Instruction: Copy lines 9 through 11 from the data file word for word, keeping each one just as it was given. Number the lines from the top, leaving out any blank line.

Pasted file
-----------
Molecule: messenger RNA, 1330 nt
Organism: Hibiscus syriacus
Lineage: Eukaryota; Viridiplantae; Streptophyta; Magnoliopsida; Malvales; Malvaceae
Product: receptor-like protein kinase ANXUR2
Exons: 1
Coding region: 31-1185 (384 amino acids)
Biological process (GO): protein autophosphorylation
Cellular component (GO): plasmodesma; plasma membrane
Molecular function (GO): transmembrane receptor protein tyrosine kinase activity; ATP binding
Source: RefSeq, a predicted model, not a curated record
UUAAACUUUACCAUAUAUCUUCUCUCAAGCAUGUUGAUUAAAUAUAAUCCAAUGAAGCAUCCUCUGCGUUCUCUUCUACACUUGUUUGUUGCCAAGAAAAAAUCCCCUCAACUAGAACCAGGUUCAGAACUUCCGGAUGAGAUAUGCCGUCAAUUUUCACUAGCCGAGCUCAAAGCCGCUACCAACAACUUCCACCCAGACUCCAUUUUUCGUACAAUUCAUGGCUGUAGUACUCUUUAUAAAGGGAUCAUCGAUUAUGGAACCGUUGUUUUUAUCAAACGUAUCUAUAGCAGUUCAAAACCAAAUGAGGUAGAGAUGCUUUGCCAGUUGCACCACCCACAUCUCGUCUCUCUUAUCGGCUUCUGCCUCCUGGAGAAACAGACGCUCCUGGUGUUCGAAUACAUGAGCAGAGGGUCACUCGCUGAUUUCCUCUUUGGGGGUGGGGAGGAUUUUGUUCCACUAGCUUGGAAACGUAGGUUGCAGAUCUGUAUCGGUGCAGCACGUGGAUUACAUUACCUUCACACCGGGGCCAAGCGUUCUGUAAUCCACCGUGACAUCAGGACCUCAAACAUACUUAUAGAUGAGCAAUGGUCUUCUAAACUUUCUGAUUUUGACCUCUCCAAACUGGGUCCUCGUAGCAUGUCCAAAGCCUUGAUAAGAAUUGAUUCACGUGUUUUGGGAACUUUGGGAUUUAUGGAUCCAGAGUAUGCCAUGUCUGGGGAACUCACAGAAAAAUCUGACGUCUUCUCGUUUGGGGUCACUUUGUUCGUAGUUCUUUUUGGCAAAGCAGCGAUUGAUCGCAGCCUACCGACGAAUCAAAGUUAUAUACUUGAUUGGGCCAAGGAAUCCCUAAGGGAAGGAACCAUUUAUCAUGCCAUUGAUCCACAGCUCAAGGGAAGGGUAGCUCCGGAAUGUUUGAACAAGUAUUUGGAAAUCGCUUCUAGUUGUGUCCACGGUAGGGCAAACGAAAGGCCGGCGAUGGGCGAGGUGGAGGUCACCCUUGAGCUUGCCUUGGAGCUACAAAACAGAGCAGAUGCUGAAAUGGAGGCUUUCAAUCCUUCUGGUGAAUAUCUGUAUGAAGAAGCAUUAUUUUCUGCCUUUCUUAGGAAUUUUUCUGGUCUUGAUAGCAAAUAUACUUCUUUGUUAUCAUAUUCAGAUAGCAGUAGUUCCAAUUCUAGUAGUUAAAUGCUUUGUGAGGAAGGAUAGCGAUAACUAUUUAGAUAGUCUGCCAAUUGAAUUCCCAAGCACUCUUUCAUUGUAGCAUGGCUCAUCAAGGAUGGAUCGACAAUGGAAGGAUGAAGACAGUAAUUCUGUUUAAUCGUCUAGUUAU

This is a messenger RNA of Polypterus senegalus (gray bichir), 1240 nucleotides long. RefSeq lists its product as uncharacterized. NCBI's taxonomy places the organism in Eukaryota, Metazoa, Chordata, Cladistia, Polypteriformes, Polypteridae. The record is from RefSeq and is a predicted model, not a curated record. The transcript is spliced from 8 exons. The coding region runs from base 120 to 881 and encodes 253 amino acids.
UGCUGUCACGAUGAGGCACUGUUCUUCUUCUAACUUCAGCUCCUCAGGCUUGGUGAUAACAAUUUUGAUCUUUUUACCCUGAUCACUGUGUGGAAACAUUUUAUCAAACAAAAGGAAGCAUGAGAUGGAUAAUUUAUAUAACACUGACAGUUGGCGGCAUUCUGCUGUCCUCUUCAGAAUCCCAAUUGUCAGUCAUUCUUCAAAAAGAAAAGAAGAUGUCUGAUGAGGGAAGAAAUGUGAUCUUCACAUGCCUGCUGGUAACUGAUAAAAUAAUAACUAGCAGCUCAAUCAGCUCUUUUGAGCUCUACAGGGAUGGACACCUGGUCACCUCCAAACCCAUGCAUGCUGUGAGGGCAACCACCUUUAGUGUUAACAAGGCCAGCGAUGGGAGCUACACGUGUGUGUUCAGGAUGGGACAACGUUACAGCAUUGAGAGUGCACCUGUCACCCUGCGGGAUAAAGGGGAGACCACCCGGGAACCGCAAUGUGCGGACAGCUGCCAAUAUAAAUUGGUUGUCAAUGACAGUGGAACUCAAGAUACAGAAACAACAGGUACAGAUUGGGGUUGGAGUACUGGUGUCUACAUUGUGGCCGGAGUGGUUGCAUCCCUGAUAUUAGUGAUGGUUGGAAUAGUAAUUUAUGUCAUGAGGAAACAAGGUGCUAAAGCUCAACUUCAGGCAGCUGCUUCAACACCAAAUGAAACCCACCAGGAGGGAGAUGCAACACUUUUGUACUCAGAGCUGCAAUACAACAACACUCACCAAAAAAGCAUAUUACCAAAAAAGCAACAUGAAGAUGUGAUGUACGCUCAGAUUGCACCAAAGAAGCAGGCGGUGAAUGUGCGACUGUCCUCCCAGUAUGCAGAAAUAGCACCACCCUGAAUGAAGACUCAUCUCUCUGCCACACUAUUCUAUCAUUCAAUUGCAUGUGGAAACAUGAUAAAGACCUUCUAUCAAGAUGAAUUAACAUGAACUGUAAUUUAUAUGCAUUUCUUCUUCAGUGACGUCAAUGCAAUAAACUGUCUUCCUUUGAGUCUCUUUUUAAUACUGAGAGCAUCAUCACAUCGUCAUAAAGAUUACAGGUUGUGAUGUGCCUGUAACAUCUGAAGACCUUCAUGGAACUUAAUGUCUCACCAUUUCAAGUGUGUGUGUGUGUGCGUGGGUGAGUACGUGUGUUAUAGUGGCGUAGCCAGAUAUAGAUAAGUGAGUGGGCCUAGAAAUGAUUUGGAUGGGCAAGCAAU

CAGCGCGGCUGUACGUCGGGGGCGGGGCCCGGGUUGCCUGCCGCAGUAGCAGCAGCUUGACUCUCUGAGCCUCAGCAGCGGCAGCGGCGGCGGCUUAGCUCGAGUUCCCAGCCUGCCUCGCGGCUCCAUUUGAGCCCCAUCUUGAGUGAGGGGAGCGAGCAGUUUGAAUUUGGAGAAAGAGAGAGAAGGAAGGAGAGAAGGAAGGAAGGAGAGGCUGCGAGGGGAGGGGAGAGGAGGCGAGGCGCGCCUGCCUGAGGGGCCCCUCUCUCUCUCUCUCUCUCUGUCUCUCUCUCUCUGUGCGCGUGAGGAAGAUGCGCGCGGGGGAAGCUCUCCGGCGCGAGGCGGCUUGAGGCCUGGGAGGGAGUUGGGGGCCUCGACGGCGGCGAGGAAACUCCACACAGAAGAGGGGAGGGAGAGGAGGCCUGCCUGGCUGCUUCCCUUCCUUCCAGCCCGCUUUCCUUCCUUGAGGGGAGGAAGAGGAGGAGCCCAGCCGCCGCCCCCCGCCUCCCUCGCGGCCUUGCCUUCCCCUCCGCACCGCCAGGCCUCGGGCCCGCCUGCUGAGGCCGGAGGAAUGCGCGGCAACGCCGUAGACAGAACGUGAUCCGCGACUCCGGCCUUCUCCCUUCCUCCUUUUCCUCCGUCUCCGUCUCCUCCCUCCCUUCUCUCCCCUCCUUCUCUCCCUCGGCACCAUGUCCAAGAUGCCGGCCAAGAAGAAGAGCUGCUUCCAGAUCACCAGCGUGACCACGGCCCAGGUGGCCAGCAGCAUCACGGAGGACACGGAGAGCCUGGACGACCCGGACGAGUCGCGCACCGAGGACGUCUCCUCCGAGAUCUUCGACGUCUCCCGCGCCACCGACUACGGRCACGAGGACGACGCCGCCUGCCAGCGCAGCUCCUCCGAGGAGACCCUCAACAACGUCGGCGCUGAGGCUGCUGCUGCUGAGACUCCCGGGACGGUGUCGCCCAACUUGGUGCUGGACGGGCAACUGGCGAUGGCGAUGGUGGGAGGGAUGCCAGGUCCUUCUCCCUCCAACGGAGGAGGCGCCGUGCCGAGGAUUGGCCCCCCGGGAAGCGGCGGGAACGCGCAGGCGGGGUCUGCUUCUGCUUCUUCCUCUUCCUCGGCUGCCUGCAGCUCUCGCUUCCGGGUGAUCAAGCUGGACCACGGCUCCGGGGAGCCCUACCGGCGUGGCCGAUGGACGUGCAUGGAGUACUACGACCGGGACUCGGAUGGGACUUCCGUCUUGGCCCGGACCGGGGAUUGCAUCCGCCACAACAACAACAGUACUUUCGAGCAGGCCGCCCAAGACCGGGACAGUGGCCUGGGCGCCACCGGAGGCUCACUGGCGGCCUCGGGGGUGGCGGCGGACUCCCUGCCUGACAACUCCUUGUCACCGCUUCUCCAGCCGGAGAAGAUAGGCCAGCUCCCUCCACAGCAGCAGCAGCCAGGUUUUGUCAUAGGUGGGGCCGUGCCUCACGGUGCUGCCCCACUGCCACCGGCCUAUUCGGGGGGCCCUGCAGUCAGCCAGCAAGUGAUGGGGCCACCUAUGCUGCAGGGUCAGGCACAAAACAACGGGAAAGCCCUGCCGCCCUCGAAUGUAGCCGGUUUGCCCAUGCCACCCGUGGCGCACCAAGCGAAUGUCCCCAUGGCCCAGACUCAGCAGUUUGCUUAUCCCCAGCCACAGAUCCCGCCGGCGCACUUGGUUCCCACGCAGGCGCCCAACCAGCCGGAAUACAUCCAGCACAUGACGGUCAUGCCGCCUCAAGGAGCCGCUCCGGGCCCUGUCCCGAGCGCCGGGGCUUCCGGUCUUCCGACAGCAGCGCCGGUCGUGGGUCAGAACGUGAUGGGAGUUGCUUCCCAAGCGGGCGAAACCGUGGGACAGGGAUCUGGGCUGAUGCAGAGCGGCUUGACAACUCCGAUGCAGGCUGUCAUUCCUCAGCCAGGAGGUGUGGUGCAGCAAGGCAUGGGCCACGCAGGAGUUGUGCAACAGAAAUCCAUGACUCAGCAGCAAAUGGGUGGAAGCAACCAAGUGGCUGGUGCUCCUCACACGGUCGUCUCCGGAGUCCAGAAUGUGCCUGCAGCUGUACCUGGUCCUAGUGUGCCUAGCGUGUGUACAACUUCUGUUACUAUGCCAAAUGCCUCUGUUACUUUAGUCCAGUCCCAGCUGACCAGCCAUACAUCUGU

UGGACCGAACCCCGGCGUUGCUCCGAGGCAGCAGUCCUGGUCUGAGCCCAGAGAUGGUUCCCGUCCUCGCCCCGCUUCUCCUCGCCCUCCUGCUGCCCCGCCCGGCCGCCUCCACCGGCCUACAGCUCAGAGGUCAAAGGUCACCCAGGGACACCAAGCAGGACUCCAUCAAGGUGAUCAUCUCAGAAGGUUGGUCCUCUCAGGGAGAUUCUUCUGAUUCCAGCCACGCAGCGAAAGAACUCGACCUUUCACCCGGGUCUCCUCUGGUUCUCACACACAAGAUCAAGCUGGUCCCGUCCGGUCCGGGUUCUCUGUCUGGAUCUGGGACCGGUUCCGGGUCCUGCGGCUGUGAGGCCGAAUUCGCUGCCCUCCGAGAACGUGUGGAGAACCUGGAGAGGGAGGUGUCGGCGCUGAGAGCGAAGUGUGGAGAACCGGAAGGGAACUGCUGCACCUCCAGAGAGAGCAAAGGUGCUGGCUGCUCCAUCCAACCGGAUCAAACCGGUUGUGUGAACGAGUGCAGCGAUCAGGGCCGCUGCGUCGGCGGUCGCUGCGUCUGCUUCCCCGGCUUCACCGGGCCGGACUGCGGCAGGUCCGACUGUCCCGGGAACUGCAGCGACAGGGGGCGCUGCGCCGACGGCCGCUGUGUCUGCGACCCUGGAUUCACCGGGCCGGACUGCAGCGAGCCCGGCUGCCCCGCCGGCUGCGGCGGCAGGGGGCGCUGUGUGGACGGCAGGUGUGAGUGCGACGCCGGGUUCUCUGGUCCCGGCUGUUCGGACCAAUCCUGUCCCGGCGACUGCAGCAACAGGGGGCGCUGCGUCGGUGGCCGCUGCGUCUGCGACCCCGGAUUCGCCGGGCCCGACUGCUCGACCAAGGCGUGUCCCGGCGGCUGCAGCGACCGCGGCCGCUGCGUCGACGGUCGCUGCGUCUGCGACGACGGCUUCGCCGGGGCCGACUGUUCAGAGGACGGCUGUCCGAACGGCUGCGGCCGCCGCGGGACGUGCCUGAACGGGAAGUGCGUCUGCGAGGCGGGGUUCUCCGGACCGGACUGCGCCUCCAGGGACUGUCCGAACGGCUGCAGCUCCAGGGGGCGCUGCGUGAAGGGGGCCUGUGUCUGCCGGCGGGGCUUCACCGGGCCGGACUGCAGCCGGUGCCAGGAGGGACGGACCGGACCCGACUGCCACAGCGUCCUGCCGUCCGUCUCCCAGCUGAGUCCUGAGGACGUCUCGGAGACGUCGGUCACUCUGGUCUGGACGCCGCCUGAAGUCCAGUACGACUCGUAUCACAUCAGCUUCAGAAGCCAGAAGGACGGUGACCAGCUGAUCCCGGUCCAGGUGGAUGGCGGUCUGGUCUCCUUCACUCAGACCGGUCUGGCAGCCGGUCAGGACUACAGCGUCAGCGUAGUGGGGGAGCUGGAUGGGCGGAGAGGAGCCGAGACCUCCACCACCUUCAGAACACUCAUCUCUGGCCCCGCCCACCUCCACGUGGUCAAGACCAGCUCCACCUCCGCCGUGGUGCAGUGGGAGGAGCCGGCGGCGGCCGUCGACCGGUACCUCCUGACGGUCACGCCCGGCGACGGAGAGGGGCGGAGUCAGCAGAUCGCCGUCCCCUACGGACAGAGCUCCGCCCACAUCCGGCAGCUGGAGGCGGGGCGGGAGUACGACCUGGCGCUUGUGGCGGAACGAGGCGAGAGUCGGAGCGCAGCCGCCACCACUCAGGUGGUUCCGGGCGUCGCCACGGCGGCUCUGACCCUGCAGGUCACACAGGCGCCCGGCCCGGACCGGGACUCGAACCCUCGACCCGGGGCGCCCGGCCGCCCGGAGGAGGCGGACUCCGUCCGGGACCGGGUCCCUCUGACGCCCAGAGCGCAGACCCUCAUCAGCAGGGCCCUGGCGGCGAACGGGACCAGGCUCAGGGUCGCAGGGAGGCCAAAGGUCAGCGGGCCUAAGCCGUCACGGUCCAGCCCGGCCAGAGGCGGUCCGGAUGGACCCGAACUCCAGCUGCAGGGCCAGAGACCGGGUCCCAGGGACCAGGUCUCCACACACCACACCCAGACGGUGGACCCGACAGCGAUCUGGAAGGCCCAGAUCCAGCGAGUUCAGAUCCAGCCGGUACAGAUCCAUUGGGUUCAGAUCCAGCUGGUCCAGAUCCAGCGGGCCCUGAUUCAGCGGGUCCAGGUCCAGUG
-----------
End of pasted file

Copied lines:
Molecular function (GO): transmembrane receptor protein tyrosine kinase activity; ATP binding
Source: RefSeq, a predicted model, not a curated record
UUAAACUUUACCAUAUAUCUUCUCUCAAGCAUGUUGAUUAAAUAUAAUCCAAUGAAGCAUCCUCUGCGUUCUCUUCUACACUUGUUUGUUGCCAAGAAAAAAUCCCCUCAACUAGAACCAGGUUCAGAACUUCCGGAUGAGAUAUGCCGUCAAUUUUCACUAGCCGAGCUCAAAGCCGCUACCAACAACUUCCACCCAGACUCCAUUUUUCGUACAAUUCAUGGCUGUAGUACUCUUUAUAAAGGGAUCAUCGAUUAUGGAACCGUUGUUUUUAUCAAACGUAUCUAUAGCAGUUCAAAACCAAAUGAGGUAGAGAUGCUUUGCCAGUUGCACCACCCACAUCUCGUCUCUCUUAUCGGCUUCUGCCUCCUGGAGAAACAGACGCUCCUGGUGUUCGAAUACAUGAGCAGAGGGUCACUCGCUGAUUUCCUCUUUGGGGGUGGGGAGGAUUUUGUUCCACUAGCUUGGAAACGUAGGUUGCAGAUCUGUAUCGGUGCAGCACGUGGAUUACAUUACCUUCACACCGGGGCCAAGCGUUCUGUAAUCCACCGUGACAUCAGGACCUCAAACAUACUUAUAGAUGAGCAAUGGUCUUCUAAACUUUCUGAUUUUGACCUCUCCAAACUGGGUCCUCGUAGCAUGUCCAAAGCCUUGAUAAGAAUUGAUUCACGUGUUUUGGGAACUUUGGGAUUUAUGGAUCCAGAGUAUGCCAUGUCUGGGGAACUCACAGAAAAAUCUGACGUCUUCUCGUUUGGGGUCACUUUGUUCGUAGUUCUUUUUGGCAAAGCAGCGAUUGAUCGCAGCCUACCGACGAAUCAAAGUUAUAUACUUGAUUGGGCCAAGGAAUCCCUAAGGGAAGGAACCAUUUAUCAUGCCAUUGAUCCACAGCUCAAGGGAAGGGUAGCUCCGGAAUGUUUGAACAAGUAUUUGGAAAUCGCUUCUAGUUGUGUCCACGGUAGGGCAAACGAAAGGCCGGCGAUGGGCGAGGUGGAGGUCACCCUUGAGCUUGCCUUGGAGCUACAAAACAGAGCAGAUGCUGAAAUGGAGGCUUUCAAUCCUUCUGGUGAAUAUCUGUAUGAAGAAGCAUUAUUUUCUGCCUUUCUUAGGAAUUUUUCUGGUCUUGAUAGCAAAUAUACUUCUUUGUUAUCAUAUUCAGAUAGCAGUAGUUCCAAUUCUAGUAGUUAAAUGCUUUGUGAGGAAGGAUAGCGAUAACUAUUUAGAUAGUCUGCCAAUUGAAUUCCCAAGCACUCUUUCAUUGUAGCAUGGCUCAUCAAGGAUGGAUCGACAAUGGAAGGAUGAAGACAGUAAUUCUGUUUAAUCGUCUAGUUAU